The Twins are booking flights direct from LaGuardia to Cancun International. Politicians are spewing more venom than a knotted cobra. And department stores are running pre-holiday holiday sales like they’re afraid we’ll all forget what Christmas is really about. It can only mean two things – fall is officially here, and a bevy of fresh-hopped beers are starting to hit the market.

Twin Cities beer drinkers are blessed in that a variety of fresh-hopped beers – ales made with undried whole hops usually picked days, and in some cases minutes, before they’re used in the brewing process – are readily available on the shelves and in favorite pubs. Sierra Nevada’s Harvest Ale Series is solid. Great Divide’s Fresh Hop Pale Ale is impressive. And Founder’s Harvest Ale is heavenly. But beyond these beers, brewers in our own backyard have a handful of phenomenal offerings that arguably lead the way as some of the best examples in the country. And true to form…local means they’re fresher than the rest.

I rounded up the first few local fresh-hop beers out of the gates from Brau Brothers, Minneapolis Town Hall, and Surly, and subjected myself to some brutally wonderful palate punishment.  

Brau Brothers 100 Yard Dash Fresh Hop Ale
This beer completely bowled me over when I tried it at Autumn Brew Review, likely my favorite of the day. The Brau bros pick their estate-grown hops just a short sprint away from the brewhouse, and toss them in minutes after they’re off the bine, literally as fresh as it gets. Beautiful light gold coloring, with a creamy, building off-white head following the pour. Not exactly certain when this batch was brewed, but even a week or so after packaging it’s evident the aroma is beginning to fall off, not nearly the West Coast-style punch in the nose I remembered. However, Centennial, Cascade, Mt. Hood, Sterling and Nugget are used through all stages of the brewing process to deliver what, in my opinion, is the most bitter beer of the selected bunch, a shocking bite that really impressed. At 6.8% ABV, a slightly alcoholic finish, leaving a dry, prickly sensation on the tastebuds.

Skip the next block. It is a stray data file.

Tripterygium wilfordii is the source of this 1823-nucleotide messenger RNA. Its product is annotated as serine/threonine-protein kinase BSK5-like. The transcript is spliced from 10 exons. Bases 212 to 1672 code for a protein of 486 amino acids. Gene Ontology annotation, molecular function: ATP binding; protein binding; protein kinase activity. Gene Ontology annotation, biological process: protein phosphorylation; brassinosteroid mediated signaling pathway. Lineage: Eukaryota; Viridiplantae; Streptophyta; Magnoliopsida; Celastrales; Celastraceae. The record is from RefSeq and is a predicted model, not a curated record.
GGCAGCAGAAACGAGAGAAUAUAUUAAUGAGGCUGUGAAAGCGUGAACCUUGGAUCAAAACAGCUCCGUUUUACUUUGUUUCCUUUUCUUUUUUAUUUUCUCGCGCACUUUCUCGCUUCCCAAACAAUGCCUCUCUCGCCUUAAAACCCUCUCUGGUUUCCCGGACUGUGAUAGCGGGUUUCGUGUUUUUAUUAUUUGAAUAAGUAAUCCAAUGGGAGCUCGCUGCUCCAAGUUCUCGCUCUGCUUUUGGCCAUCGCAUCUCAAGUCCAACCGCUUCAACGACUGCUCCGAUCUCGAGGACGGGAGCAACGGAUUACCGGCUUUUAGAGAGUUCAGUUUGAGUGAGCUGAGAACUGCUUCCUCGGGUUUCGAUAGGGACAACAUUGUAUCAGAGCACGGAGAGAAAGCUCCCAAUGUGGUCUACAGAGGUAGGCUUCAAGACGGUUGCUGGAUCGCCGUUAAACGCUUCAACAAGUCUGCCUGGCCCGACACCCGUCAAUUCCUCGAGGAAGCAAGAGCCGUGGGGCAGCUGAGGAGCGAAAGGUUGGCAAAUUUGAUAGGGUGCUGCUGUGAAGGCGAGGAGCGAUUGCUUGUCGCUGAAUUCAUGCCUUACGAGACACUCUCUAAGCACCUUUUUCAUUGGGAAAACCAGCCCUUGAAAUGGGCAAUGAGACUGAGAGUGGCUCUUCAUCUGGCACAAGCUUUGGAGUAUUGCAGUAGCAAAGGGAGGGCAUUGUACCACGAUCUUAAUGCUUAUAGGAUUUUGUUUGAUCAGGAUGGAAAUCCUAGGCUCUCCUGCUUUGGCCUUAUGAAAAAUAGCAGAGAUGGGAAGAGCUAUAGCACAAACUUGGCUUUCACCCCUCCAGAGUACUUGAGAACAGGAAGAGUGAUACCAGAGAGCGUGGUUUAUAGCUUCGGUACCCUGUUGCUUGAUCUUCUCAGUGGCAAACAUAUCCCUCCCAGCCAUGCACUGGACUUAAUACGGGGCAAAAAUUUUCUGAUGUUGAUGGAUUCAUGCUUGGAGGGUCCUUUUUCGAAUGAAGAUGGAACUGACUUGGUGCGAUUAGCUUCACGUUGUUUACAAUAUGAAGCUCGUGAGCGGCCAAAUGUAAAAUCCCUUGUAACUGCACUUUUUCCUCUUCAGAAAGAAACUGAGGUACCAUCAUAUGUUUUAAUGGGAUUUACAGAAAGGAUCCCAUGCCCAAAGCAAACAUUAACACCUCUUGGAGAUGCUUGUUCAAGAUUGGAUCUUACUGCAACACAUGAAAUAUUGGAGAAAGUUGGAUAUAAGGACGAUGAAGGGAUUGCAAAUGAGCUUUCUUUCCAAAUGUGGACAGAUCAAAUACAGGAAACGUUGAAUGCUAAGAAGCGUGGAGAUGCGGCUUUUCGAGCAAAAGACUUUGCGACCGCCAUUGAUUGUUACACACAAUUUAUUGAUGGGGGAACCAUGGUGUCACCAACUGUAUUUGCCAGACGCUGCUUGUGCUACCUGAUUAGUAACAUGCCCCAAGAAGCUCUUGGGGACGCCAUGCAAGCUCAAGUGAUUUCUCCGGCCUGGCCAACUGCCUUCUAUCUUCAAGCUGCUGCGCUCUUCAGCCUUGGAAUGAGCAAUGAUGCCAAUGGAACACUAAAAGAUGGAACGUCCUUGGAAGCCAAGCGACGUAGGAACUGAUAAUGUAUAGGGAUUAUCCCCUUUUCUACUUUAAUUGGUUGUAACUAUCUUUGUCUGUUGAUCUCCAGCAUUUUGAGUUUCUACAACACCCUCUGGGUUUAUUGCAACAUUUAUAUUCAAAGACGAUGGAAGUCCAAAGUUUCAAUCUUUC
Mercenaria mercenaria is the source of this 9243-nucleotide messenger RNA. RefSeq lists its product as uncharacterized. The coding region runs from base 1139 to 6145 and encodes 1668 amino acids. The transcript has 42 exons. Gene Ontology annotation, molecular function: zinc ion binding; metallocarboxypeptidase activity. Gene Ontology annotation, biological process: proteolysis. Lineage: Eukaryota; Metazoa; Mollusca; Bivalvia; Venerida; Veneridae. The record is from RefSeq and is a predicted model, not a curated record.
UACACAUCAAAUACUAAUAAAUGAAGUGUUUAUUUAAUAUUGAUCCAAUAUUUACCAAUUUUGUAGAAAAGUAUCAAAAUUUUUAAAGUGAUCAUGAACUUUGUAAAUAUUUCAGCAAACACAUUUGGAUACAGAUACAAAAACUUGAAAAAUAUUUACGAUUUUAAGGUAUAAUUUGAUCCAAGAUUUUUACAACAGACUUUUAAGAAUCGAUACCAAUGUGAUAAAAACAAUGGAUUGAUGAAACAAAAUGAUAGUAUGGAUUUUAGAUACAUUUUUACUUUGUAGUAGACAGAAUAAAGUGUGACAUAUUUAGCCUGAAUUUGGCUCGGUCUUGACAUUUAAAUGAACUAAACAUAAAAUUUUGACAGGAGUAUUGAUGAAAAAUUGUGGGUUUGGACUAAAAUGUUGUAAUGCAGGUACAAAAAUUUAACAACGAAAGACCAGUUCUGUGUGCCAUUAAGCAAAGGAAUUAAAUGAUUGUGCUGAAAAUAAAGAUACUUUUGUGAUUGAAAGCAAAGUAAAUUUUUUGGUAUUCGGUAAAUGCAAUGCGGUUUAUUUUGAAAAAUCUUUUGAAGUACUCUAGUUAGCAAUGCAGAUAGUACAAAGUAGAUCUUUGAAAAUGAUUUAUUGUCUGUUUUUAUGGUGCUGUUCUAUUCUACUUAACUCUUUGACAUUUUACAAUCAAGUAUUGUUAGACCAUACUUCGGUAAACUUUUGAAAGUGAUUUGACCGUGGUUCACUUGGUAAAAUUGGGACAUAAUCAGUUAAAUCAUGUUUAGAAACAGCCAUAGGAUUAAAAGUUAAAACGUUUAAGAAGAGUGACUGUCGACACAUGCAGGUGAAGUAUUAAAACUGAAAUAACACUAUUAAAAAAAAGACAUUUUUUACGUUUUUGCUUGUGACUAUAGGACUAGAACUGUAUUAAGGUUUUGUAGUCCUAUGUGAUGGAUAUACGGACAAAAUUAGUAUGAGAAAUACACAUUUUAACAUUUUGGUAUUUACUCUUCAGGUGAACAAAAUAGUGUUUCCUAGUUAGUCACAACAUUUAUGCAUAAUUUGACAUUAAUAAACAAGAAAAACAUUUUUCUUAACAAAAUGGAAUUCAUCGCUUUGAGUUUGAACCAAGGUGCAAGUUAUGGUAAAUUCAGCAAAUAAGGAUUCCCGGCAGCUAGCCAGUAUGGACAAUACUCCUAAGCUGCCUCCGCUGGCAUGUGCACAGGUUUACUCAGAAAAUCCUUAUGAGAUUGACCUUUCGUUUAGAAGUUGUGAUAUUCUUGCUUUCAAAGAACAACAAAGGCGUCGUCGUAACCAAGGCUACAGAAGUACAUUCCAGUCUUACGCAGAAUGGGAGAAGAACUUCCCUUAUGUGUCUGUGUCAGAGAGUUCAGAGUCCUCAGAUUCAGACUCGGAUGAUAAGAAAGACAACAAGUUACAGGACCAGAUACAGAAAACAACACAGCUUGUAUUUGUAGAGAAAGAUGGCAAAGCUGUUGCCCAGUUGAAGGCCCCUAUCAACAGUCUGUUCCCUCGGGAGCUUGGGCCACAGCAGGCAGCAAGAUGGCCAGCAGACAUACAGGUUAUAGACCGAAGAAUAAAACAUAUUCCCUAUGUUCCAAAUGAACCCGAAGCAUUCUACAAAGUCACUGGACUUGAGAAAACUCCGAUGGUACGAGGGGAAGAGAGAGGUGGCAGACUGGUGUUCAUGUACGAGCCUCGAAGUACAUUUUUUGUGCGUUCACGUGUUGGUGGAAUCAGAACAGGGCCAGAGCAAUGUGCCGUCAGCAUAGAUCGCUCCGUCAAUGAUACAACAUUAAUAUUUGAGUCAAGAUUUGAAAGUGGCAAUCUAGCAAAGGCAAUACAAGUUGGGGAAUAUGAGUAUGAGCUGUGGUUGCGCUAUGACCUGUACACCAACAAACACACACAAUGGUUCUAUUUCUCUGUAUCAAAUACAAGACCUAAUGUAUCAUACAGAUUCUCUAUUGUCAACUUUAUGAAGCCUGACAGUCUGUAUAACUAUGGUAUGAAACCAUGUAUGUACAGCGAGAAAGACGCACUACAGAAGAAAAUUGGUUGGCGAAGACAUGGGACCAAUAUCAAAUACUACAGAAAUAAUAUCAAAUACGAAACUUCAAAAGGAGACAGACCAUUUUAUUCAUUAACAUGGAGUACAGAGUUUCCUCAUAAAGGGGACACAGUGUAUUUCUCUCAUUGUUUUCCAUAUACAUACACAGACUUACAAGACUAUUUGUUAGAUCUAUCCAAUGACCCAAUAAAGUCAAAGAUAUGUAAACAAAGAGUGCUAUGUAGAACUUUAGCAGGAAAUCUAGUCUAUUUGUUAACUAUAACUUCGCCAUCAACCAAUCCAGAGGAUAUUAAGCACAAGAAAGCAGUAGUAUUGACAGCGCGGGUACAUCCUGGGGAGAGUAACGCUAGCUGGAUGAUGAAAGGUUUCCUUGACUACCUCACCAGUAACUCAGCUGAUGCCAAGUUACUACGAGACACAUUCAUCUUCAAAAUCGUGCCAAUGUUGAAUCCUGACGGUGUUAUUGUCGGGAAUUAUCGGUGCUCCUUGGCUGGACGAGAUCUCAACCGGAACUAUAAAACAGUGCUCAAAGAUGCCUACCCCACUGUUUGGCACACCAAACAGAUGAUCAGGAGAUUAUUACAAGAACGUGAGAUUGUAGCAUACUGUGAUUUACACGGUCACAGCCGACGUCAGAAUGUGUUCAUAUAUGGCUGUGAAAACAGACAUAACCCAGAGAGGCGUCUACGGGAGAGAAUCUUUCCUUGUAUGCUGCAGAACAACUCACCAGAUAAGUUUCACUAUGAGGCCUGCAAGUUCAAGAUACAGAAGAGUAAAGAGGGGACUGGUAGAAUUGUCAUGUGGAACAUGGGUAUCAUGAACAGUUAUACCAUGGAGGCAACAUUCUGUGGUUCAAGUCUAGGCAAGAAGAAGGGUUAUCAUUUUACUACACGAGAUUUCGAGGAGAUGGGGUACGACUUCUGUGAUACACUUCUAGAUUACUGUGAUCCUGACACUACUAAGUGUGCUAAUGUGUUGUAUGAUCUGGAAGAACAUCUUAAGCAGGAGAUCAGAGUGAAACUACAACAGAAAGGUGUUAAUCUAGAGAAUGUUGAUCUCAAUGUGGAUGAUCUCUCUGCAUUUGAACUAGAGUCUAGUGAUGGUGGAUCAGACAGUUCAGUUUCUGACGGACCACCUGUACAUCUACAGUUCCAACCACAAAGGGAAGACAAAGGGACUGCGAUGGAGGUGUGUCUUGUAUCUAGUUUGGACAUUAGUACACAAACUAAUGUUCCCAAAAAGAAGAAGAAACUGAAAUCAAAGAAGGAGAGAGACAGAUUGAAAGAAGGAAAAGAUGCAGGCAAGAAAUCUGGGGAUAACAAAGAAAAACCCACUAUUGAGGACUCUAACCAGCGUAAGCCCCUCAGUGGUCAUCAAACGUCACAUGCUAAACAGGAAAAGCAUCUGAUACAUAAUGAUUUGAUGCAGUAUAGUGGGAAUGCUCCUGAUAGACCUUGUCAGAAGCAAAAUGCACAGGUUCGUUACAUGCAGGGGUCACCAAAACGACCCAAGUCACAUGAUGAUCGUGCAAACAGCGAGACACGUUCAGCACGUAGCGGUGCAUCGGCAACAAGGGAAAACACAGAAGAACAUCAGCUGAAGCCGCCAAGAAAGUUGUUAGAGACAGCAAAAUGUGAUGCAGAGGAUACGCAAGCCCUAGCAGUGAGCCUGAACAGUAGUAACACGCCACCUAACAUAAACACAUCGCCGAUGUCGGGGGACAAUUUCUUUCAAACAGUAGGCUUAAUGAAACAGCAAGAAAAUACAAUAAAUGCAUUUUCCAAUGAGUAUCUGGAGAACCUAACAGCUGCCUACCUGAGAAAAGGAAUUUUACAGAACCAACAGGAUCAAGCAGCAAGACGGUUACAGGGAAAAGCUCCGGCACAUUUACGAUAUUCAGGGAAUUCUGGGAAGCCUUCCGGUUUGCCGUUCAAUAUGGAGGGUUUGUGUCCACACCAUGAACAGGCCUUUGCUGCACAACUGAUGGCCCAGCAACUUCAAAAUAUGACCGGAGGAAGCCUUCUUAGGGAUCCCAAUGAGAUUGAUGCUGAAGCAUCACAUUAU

Rating: A- 

Minneapolis Town Hall Fresh Hop Ale
This is Town Hall’s annual Fresh Hop Week, and they came out swinging with this year’s version. Poured from the growler with a rich amber coloring, the darkest of the group. Thoughtfully garnished with a whole Citra hop cone that surprisingly emerged from the growler as I poured, a very fun touch. The aroma is potently dank, with strong notes of fresh green onion. Slightly sweeter than the offering from Brau Brothers, but a smoother, more mellow bitterness throughout. The beer finishes full and rounded, the most balanced of the bunch.    

Rating: A

Surly Wet